Ilona Bērziņa, BNN
The decision by Latvia’s Prime Minister Krišjānis Kariņš to go on a one and a half weeks of vacation amid the confusion in regards to the future of the existing government seems rather illogical. More so because it was his own idea to expand the coalition at any cost that had destabilised the government in the first place.
If he hopes that during his vacation the entire political storm will pass on it own, then he is wrong. This is no common cold that goes away in seven days.
Of course the PM is only human – he needs rest like anyone else. However, it would have been a better idea to pick a better time – when the government is united and works as a team, for example. Now he has above his head, like the Sword of Damocles, is the president’s deadline for resolving the problem with the government’s stability.
The criticisms President Edgars Rinkēvičs addressed to the prosecution office makes it clear to everyone, especially the pillars of power in Latvia, that
the new president does not mince words.
This is why it would not be a bad idea to remind the PM about the president’s promised “surprise” if nothing is resolved by mid-August, when the government will have to start working on the state budget project for 2023.
Kariņš, meanwhile, does not seem too worried about the mess he himself created. Even society as a whole – except for political observers – do not seem too interested about the situation in the government. But the unresolved issues are not going anywhere and they have the most direct influence over the lives of all residents in Latvia.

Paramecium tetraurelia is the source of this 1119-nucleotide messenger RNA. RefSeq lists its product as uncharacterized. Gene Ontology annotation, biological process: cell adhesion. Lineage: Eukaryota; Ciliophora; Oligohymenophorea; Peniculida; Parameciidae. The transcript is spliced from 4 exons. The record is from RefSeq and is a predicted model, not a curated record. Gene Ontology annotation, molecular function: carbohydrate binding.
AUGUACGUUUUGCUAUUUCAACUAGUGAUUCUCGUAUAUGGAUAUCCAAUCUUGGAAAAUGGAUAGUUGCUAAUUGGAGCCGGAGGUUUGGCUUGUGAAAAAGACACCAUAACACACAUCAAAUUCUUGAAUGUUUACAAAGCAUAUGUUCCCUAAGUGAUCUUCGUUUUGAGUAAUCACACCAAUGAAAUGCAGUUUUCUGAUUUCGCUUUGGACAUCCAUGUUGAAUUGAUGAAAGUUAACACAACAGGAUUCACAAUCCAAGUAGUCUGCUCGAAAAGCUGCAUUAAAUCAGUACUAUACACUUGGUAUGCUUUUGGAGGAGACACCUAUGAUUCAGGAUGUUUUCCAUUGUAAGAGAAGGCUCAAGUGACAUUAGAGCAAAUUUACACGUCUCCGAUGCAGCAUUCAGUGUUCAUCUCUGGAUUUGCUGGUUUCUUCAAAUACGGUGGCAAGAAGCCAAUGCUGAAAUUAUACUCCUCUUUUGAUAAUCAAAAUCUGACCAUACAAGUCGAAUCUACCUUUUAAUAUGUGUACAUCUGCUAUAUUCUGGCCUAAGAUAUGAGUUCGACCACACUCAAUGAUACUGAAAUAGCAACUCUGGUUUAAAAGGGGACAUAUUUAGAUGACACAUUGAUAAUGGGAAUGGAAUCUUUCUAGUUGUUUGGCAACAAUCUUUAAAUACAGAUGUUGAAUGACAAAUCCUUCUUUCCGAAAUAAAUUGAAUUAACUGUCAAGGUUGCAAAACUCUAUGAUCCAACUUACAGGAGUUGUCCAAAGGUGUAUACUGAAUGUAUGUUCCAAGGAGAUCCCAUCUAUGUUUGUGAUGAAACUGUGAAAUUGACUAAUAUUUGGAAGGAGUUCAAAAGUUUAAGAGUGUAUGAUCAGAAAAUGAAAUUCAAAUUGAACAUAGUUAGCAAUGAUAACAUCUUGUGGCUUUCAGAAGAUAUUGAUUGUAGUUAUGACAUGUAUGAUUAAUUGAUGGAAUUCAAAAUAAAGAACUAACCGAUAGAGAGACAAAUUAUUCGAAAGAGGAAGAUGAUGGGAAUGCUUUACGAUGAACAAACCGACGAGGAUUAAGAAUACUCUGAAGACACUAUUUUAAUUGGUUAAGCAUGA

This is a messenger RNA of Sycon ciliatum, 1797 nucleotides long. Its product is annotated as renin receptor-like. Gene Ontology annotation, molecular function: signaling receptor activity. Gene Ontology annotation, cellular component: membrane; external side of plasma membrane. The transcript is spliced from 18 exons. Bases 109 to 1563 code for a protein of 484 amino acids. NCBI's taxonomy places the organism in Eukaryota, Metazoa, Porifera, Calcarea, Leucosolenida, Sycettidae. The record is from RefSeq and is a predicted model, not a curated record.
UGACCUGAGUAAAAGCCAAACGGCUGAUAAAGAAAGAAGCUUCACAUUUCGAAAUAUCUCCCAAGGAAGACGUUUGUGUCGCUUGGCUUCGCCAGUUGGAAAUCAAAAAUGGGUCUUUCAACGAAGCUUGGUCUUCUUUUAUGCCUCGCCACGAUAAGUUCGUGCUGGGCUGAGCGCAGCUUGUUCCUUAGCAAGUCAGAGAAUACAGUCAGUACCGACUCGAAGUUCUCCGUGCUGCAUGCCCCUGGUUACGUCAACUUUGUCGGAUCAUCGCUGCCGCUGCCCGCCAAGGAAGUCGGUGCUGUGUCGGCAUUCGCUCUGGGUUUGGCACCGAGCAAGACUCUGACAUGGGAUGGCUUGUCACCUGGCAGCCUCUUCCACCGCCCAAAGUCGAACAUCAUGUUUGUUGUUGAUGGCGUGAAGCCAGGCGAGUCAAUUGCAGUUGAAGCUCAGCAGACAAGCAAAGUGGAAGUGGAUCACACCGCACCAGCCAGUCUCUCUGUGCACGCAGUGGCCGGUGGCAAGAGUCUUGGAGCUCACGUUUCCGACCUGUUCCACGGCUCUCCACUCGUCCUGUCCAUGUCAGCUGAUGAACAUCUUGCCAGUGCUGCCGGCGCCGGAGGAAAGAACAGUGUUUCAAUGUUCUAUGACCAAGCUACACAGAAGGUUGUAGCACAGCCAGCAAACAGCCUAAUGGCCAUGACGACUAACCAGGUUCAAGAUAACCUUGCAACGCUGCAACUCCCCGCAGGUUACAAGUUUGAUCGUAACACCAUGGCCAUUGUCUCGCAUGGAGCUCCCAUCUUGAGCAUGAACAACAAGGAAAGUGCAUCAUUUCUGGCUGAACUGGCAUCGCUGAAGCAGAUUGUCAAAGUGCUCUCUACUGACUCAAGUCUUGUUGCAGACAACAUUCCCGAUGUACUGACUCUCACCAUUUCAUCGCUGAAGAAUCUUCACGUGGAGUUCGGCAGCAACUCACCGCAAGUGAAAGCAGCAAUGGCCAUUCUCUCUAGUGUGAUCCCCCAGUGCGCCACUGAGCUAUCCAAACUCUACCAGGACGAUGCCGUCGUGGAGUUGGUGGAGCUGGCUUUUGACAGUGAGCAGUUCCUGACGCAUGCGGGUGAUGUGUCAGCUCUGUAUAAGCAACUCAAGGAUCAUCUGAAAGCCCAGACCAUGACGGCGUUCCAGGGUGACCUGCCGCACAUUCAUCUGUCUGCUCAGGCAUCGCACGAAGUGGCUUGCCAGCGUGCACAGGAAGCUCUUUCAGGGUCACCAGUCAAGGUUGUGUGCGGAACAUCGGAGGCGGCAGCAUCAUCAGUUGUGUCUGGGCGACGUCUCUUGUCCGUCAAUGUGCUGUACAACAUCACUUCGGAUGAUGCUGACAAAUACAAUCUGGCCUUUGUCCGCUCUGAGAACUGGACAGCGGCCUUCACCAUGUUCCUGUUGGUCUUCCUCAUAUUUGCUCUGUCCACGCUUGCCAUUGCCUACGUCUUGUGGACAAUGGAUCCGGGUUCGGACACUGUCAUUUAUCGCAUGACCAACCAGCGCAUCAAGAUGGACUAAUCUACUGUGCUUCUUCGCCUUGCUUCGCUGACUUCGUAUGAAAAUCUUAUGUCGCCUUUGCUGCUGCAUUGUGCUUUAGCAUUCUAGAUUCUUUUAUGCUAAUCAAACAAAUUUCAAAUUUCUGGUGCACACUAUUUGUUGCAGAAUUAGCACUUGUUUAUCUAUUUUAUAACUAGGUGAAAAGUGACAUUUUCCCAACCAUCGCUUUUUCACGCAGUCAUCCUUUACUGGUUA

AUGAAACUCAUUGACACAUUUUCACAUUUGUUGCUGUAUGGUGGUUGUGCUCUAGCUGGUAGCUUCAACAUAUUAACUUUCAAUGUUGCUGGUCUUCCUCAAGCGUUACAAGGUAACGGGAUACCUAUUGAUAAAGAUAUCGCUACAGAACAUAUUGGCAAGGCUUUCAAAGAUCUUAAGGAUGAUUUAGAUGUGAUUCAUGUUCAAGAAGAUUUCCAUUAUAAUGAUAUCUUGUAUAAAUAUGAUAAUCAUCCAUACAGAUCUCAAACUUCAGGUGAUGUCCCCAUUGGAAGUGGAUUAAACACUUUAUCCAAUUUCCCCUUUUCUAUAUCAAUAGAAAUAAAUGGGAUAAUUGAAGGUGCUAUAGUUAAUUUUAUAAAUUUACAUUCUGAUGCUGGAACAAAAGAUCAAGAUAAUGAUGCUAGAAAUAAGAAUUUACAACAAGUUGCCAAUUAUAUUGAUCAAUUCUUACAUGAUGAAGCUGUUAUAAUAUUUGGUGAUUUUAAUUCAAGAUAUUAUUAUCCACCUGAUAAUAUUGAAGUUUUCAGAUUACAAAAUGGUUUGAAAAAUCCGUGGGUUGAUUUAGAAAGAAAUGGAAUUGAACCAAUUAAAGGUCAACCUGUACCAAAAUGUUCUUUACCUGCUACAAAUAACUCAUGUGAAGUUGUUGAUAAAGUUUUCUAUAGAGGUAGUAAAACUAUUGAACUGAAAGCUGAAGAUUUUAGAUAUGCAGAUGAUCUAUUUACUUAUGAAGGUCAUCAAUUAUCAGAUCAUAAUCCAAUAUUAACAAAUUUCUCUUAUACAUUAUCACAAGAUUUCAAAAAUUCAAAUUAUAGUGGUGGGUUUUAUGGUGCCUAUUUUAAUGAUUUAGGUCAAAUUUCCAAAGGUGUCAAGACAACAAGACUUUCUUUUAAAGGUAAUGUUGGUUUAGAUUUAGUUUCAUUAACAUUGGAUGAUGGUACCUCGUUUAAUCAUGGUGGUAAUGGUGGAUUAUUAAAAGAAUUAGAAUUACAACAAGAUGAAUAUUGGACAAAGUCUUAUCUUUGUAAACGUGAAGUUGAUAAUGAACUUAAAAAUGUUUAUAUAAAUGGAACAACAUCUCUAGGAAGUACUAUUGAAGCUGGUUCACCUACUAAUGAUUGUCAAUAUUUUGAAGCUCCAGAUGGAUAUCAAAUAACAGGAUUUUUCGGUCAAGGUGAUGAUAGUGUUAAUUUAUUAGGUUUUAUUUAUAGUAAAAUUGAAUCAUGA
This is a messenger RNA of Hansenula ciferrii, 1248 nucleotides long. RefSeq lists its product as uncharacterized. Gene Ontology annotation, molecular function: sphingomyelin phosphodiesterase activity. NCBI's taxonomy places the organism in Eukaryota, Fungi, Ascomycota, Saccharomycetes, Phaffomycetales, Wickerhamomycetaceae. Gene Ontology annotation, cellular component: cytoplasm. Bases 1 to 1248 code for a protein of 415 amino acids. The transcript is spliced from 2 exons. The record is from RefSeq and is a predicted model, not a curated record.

Where is the government supposed to find the missing EUR 27 million that are necessary to ensure continued and uninterrupted activities of the healthcare sector? What should the government do to make sure medical services aren’t halted entirely? How and will the education system be reformed? Will the state companies be allowed to be privatised or not? Will there be a tax imposed on banks’ excessive profits?
These are but some of the questions that have to be tackled by the government and which require a united outlook of the future. Ministers sitting on their baggage and politicians too focused on the divisive coalition expansion topic simply have no time or strength to resolve these issues.
But the government’s leader still decides to go on vacation, adding that he is prepared to come back in the event of an emergency. But, Mr. Kariņš!
This “emergency” is already upon us.
It appeared the moment the stability of the government was shaken by your own hands!
And let’s not forget that Kariņš is now the PM and the acting Minister of Foreign Affairs at the same time. This means leaving neither of these two posts should be left empty during these trying geopolitical times.
This is why the question stands: is this not severe negligence on the part of one of the country’s top officials to go on vacation without having resolved the problems the official has caused?
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